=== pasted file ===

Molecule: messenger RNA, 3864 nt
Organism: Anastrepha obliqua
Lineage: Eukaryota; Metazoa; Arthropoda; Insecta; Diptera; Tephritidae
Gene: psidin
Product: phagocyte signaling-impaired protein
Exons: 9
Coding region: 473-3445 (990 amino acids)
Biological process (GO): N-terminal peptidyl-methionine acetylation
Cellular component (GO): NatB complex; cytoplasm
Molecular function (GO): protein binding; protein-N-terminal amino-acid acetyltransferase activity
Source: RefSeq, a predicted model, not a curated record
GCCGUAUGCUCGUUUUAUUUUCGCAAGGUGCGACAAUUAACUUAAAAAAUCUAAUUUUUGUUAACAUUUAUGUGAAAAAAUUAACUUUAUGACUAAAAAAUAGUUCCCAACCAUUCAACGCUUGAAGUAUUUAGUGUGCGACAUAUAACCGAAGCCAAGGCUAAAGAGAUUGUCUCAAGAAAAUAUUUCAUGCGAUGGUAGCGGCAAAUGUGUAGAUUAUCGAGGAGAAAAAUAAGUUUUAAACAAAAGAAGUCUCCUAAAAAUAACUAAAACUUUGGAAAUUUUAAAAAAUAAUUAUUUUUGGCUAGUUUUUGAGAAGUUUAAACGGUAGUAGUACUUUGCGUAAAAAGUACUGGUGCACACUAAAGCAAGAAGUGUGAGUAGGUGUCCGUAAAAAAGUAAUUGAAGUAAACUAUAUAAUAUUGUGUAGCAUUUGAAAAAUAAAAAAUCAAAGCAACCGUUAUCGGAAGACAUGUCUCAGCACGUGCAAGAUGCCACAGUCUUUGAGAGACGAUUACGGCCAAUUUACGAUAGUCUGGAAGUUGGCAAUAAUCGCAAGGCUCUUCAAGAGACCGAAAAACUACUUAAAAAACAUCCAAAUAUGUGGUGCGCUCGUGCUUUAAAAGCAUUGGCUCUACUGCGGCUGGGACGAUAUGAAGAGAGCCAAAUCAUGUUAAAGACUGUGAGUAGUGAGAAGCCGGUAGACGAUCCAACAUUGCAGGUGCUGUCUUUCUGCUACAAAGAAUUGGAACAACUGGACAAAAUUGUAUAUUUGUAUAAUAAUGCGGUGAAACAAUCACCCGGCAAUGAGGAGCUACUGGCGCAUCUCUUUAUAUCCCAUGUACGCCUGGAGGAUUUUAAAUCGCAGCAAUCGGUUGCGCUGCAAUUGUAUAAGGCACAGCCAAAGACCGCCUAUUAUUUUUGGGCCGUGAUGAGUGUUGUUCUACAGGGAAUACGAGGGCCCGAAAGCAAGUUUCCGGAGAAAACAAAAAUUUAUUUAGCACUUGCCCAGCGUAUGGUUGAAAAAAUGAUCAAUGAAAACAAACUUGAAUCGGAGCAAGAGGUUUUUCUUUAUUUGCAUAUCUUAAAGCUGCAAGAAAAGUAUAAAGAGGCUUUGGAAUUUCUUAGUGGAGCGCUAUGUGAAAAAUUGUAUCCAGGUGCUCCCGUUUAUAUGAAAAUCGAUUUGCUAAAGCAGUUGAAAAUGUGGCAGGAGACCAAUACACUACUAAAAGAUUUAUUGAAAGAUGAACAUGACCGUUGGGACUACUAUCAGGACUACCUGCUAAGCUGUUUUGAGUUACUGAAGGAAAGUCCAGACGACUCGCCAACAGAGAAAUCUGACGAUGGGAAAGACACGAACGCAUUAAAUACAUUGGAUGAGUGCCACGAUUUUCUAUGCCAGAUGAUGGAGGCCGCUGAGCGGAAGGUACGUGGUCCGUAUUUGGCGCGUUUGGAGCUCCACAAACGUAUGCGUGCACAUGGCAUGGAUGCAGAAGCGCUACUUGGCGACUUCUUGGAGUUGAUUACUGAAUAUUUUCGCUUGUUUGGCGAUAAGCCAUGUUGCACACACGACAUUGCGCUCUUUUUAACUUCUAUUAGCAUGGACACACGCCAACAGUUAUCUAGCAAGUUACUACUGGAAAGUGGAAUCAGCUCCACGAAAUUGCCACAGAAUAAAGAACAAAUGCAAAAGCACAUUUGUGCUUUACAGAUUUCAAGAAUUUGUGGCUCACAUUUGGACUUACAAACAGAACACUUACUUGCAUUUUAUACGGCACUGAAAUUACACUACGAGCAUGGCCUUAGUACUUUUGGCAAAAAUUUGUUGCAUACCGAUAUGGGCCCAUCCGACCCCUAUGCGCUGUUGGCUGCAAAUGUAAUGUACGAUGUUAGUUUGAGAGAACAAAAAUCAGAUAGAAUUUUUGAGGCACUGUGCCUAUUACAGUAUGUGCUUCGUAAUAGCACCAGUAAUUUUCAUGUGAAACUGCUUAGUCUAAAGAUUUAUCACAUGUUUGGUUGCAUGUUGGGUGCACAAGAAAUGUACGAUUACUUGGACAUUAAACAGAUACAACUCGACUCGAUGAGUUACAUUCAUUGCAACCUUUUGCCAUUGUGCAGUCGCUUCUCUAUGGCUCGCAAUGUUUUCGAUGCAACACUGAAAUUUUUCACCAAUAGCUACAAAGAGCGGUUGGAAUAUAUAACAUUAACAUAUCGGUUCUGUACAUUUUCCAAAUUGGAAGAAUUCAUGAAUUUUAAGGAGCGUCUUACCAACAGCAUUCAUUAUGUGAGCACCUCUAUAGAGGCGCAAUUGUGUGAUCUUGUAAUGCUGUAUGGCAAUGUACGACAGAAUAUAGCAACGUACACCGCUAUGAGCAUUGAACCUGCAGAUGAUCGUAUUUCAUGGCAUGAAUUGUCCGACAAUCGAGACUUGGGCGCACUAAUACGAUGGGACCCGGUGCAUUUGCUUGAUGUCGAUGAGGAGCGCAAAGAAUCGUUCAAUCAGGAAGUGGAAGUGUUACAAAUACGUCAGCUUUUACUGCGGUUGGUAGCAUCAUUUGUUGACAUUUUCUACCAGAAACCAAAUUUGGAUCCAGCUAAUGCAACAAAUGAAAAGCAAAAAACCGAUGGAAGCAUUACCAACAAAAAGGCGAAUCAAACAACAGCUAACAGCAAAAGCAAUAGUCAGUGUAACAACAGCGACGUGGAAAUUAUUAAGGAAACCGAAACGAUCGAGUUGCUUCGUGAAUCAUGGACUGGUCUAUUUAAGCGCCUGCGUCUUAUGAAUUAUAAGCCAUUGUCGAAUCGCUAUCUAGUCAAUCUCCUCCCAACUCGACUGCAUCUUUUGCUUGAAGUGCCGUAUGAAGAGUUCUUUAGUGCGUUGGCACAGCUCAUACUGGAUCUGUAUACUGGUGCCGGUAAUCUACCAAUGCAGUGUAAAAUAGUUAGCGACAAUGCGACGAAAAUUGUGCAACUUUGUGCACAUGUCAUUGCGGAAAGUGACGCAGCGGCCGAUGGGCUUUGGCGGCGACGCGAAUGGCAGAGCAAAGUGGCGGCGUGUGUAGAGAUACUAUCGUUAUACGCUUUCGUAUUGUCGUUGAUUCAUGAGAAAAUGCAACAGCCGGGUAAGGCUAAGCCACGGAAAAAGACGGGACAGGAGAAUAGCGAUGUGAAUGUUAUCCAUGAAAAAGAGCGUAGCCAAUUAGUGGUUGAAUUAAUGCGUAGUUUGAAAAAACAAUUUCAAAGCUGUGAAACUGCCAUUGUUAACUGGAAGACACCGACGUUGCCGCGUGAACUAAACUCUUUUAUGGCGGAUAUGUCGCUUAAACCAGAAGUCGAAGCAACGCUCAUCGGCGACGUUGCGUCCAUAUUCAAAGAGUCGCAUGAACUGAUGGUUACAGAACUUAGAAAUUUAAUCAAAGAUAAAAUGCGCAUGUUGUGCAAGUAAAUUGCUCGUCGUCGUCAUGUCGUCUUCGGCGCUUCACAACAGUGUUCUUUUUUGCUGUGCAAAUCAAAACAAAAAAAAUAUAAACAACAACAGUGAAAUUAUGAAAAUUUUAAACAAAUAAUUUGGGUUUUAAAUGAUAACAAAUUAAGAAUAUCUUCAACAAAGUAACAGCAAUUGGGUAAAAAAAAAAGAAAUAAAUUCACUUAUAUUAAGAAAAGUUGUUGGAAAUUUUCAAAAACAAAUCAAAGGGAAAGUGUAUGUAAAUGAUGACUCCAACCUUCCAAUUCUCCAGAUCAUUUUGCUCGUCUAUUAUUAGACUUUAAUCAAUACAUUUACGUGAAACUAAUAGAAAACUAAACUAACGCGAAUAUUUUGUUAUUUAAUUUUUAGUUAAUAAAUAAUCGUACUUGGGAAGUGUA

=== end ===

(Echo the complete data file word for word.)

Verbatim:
Molecule: messenger RNA, 3864 nt
Organism: Anastrepha obliqua
Lineage: Eukaryota; Metazoa; Arthropoda; Insecta; Diptera; Tephritidae
Gene: psidin
Product: phagocyte signaling-impaired protein
Exons: 9
Coding region: 473-3445 (990 amino acids)
Biological process (GO): N-terminal peptidyl-methionine acetylation
Cellular component (GO): NatB complex; cytoplasm
Molecular function (GO): protein binding; protein-N-terminal amino-acid acetyltransferase activity
Source: RefSeq, a predicted model, not a curated record
GCCGUAUGCUCGUUUUAUUUUCGCAAGGUGCGACAAUUAACUUAAAAAAUCUAAUUUUUGUUAACAUUUAUGUGAAAAAAUUAACUUUAUGACUAAAAAAUAGUUCCCAACCAUUCAACGCUUGAAGUAUUUAGUGUGCGACAUAUAACCGAAGCCAAGGCUAAAGAGAUUGUCUCAAGAAAAUAUUUCAUGCGAUGGUAGCGGCAAAUGUGUAGAUUAUCGAGGAGAAAAAUAAGUUUUAAACAAAAGAAGUCUCCUAAAAAUAACUAAAACUUUGGAAAUUUUAAAAAAUAAUUAUUUUUGGCUAGUUUUUGAGAAGUUUAAACGGUAGUAGUACUUUGCGUAAAAAGUACUGGUGCACACUAAAGCAAGAAGUGUGAGUAGGUGUCCGUAAAAAAGUAAUUGAAGUAAACUAUAUAAUAUUGUGUAGCAUUUGAAAAAUAAAAAAUCAAAGCAACCGUUAUCGGAAGACAUGUCUCAGCACGUGCAAGAUGCCACAGUCUUUGAGAGACGAUUACGGCCAAUUUACGAUAGUCUGGAAGUUGGCAAUAAUCGCAAGGCUCUUCAAGAGACCGAAAAACUACUUAAAAAACAUCCAAAUAUGUGGUGCGCUCGUGCUUUAAAAGCAUUGGCUCUACUGCGGCUGGGACGAUAUGAAGAGAGCCAAAUCAUGUUAAAGACUGUGAGUAGUGAGAAGCCGGUAGACGAUCCAACAUUGCAGGUGCUGUCUUUCUGCUACAAAGAAUUGGAACAACUGGACAAAAUUGUAUAUUUGUAUAAUAAUGCGGUGAAACAAUCACCCGGCAAUGAGGAGCUACUGGCGCAUCUCUUUAUAUCCCAUGUACGCCUGGAGGAUUUUAAAUCGCAGCAAUCGGUUGCGCUGCAAUUGUAUAAGGCACAGCCAAAGACCGCCUAUUAUUUUUGGGCCGUGAUGAGUGUUGUUCUACAGGGAAUACGAGGGCCCGAAAGCAAGUUUCCGGAGAAAACAAAAAUUUAUUUAGCACUUGCCCAGCGUAUGGUUGAAAAAAUGAUCAAUGAAAACAAACUUGAAUCGGAGCAAGAGGUUUUUCUUUAUUUGCAUAUCUUAAAGCUGCAAGAAAAGUAUAAAGAGGCUUUGGAAUUUCUUAGUGGAGCGCUAUGUGAAAAAUUGUAUCCAGGUGCUCCCGUUUAUAUGAAAAUCGAUUUGCUAAAGCAGUUGAAAAUGUGGCAGGAGACCAAUACACUACUAAAAGAUUUAUUGAAAGAUGAACAUGACCGUUGGGACUACUAUCAGGACUACCUGCUAAGCUGUUUUGAGUUACUGAAGGAAAGUCCAGACGACUCGCCAACAGAGAAAUCUGACGAUGGGAAAGACACGAACGCAUUAAAUACAUUGGAUGAGUGCCACGAUUUUCUAUGCCAGAUGAUGGAGGCCGCUGAGCGGAAGGUACGUGGUCCGUAUUUGGCGCGUUUGGAGCUCCACAAACGUAUGCGUGCACAUGGCAUGGAUGCAGAAGCGCUACUUGGCGACUUCUUGGAGUUGAUUACUGAAUAUUUUCGCUUGUUUGGCGAUAAGCCAUGUUGCACACACGACAUUGCGCUCUUUUUAACUUCUAUUAGCAUGGACACACGCCAACAGUUAUCUAGCAAGUUACUACUGGAAAGUGGAAUCAGCUCCACGAAAUUGCCACAGAAUAAAGAACAAAUGCAAAAGCACAUUUGUGCUUUACAGAUUUCAAGAAUUUGUGGCUCACAUUUGGACUUACAAACAGAACACUUACUUGCAUUUUAUACGGCACUGAAAUUACACUACGAGCAUGGCCUUAGUACUUUUGGCAAAAAUUUGUUGCAUACCGAUAUGGGCCCAUCCGACCCCUAUGCGCUGUUGGCUGCAAAUGUAAUGUACGAUGUUAGUUUGAGAGAACAAAAAUCAGAUAGAAUUUUUGAGGCACUGUGCCUAUUACAGUAUGUGCUUCGUAAUAGCACCAGUAAUUUUCAUGUGAAACUGCUUAGUCUAAAGAUUUAUCACAUGUUUGGUUGCAUGUUGGGUGCACAAGAAAUGUACGAUUACUUGGACAUUAAACAGAUACAACUCGACUCGAUGAGUUACAUUCAUUGCAACCUUUUGCCAUUGUGCAGUCGCUUCUCUAUGGCUCGCAAUGUUUUCGAUGCAACACUGAAAUUUUUCACCAAUAGCUACAAAGAGCGGUUGGAAUAUAUAACAUUAACAUAUCGGUUCUGUACAUUUUCCAAAUUGGAAGAAUUCAUGAAUUUUAAGGAGCGUCUUACCAACAGCAUUCAUUAUGUGAGCACCUCUAUAGAGGCGCAAUUGUGUGAUCUUGUAAUGCUGUAUGGCAAUGUACGACAGAAUAUAGCAACGUACACCGCUAUGAGCAUUGAACCUGCAGAUGAUCGUAUUUCAUGGCAUGAAUUGUCCGACAAUCGAGACUUGGGCGCACUAAUACGAUGGGACCCGGUGCAUUUGCUUGAUGUCGAUGAGGAGCGCAAAGAAUCGUUCAAUCAGGAAGUGGAAGUGUUACAAAUACGUCAGCUUUUACUGCGGUUGGUAGCAUCAUUUGUUGACAUUUUCUACCAGAAACCAAAUUUGGAUCCAGCUAAUGCAACAAAUGAAAAGCAAAAAACCGAUGGAAGCAUUACCAACAAAAAGGCGAAUCAAACAACAGCUAACAGCAAAAGCAAUAGUCAGUGUAACAACAGCGACGUGGAAAUUAUUAAGGAAACCGAAACGAUCGAGUUGCUUCGUGAAUCAUGGACUGGUCUAUUUAAGCGCCUGCGUCUUAUGAAUUAUAAGCCAUUGUCGAAUCGCUAUCUAGUCAAUCUCCUCCCAACUCGACUGCAUCUUUUGCUUGAAGUGCCGUAUGAAGAGUUCUUUAGUGCGUUGGCACAGCUCAUACUGGAUCUGUAUACUGGUGCCGGUAAUCUACCAAUGCAGUGUAAAAUAGUUAGCGACAAUGCGACGAAAAUUGUGCAACUUUGUGCACAUGUCAUUGCGGAAAGUGACGCAGCGGCCGAUGGGCUUUGGCGGCGACGCGAAUGGCAGAGCAAAGUGGCGGCGUGUGUAGAGAUACUAUCGUUAUACGCUUUCGUAUUGUCGUUGAUUCAUGAGAAAAUGCAACAGCCGGGUAAGGCUAAGCCACGGAAAAAGACGGGACAGGAGAAUAGCGAUGUGAAUGUUAUCCAUGAAAAAGAGCGUAGCCAAUUAGUGGUUGAAUUAAUGCGUAGUUUGAAAAAACAAUUUCAAAGCUGUGAAACUGCCAUUGUUAACUGGAAGACACCGACGUUGCCGCGUGAACUAAACUCUUUUAUGGCGGAUAUGUCGCUUAAACCAGAAGUCGAAGCAACGCUCAUCGGCGACGUUGCGUCCAUAUUCAAAGAGUCGCAUGAACUGAUGGUUACAGAACUUAGAAAUUUAAUCAAAGAUAAAAUGCGCAUGUUGUGCAAGUAAAUUGCUCGUCGUCGUCAUGUCGUCUUCGGCGCUUCACAACAGUGUUCUUUUUUGCUGUGCAAAUCAAAACAAAAAAAAUAUAAACAACAACAGUGAAAUUAUGAAAAUUUUAAACAAAUAAUUUGGGUUUUAAAUGAUAACAAAUUAAGAAUAUCUUCAACAAAGUAACAGCAAUUGGGUAAAAAAAAAAGAAAUAAAUUCACUUAUAUUAAGAAAAGUUGUUGGAAAUUUUCAAAAACAAAUCAAAGGGAAAGUGUAUGUAAAUGAUGACUCCAACCUUCCAAUUCUCCAGAUCAUUUUGCUCGUCUAUUAUUAGACUUUAAUCAAUACAUUUACGUGAAACUAAUAGAAAACUAAACUAACGCGAAUAUUUUGUUAUUUAAUUUUUAGUUAAUAAAUAAUCGUACUUGGGAAGUGUA